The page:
Josephine Baker's fascinating life has been examined in books, films, and documentaries. But perhaps none is so beautifully done as Patricia Hruby Powell's picture book Josephine: The Dazzling Life of Josephine Baker (Chronicle Books, January 14, 2014). Illustrated by Christian Robinson, Josephine tells the inspiring story of this boundary-breaking performer and champion for racial equality. A biography written in verse, Josephine is already collecting a jewel box of starred reviews, including one from Kirkus that says it's "celebrated with style and empathy."
Question: You're a former dancer, so it's easy to see the interest you might have for writing about another dancer. But why Josephine Baker? What drew you to her story?
Patricia Hruby Powell: It wasn’t till I hit my more advanced adult years that I took a close look at Josephine and was smitten. Her style, verve, her originality—as seen in the early film footage and the three movies she made—are irresistible. But when I was a serious young dancer—of Graham, Limon, and Cunningham techniques and of ballet, who became a choreographer and concert dancer—I did not take Josephine Baker seriously.
In my more recent capacity as a children’s librarian, surrounded by unfocused preteen African American girls, I thought Josephine could be a wonderful role model. Josephine had phenomenal confidence. Blind confidence, perhaps. That’s what drew me.
PHP: Josephine evolved, you might say. I’d written it first as a 1,000 word picture book, received a lot of agent and editorial attention, but ultimate rejection. I then wrote it as a YA verse piece imagining Paul Colin-like black and white illustrations. Never mind that there’s really no such thing as a novella-length verse YA volume, I was writing what I wanted, as we’re always advised to do.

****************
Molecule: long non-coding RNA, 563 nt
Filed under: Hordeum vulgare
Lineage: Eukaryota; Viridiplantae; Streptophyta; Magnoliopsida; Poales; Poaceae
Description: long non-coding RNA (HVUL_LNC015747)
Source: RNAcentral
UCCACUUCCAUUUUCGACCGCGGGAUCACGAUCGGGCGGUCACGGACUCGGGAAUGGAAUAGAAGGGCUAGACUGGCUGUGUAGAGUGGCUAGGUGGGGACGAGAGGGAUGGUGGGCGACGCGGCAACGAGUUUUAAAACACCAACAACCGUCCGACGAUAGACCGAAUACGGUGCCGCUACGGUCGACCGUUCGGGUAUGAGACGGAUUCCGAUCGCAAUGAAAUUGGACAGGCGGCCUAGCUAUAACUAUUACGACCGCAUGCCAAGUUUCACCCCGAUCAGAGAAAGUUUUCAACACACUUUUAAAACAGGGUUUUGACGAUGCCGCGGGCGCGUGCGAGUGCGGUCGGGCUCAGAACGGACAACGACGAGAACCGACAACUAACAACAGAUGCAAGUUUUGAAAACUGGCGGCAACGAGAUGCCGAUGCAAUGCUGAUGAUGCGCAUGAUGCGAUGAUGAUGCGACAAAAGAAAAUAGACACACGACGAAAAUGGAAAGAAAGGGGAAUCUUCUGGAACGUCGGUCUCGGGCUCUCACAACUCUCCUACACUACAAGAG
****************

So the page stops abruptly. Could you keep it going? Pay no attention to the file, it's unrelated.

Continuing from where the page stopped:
I was monumentally lucky that my eventual agent picked Josephine out of a cover letter description—I mean it’s not what I was submitting to her—and she asked to see it, liked it, and offered representation. That was in December 2009. That 7,500-word Josephine received praise but, again, ultimate rejection. Until…
An inspired editor at Chronicle asked me to cut the word count in half. Which I did. My dream editor acquired Josephine in October 2010, and we added some of those deleted stanzas back in.
My editor intended a long picture book of 48 pages, I think. Then it was 64 pages. When I was told it would be an astounding 104 pages, I panicked. What was this book going to cost? I was told a normal $17.99. I calmed down. All along the way, I was told how much everyone at Chronicle loved the book. So I guess they were taking a chance. Which made me feel terribly responsible. I’ve got to say, I’ve felt panic along the way on numerous occasions.
Q: Could you talk about your creative process? The personal recollections from Josephine Baker are woven into the storyline seamlessly, but this must have taken a lot of writing and revising to pull off. How long did you work on this manuscript, both researching and writing?
PHP: Josephine was a storyteller. She wrote five autobiographies—all in French—which required me to kick-start my school French. But those autobiographies supplied plenty of quotes.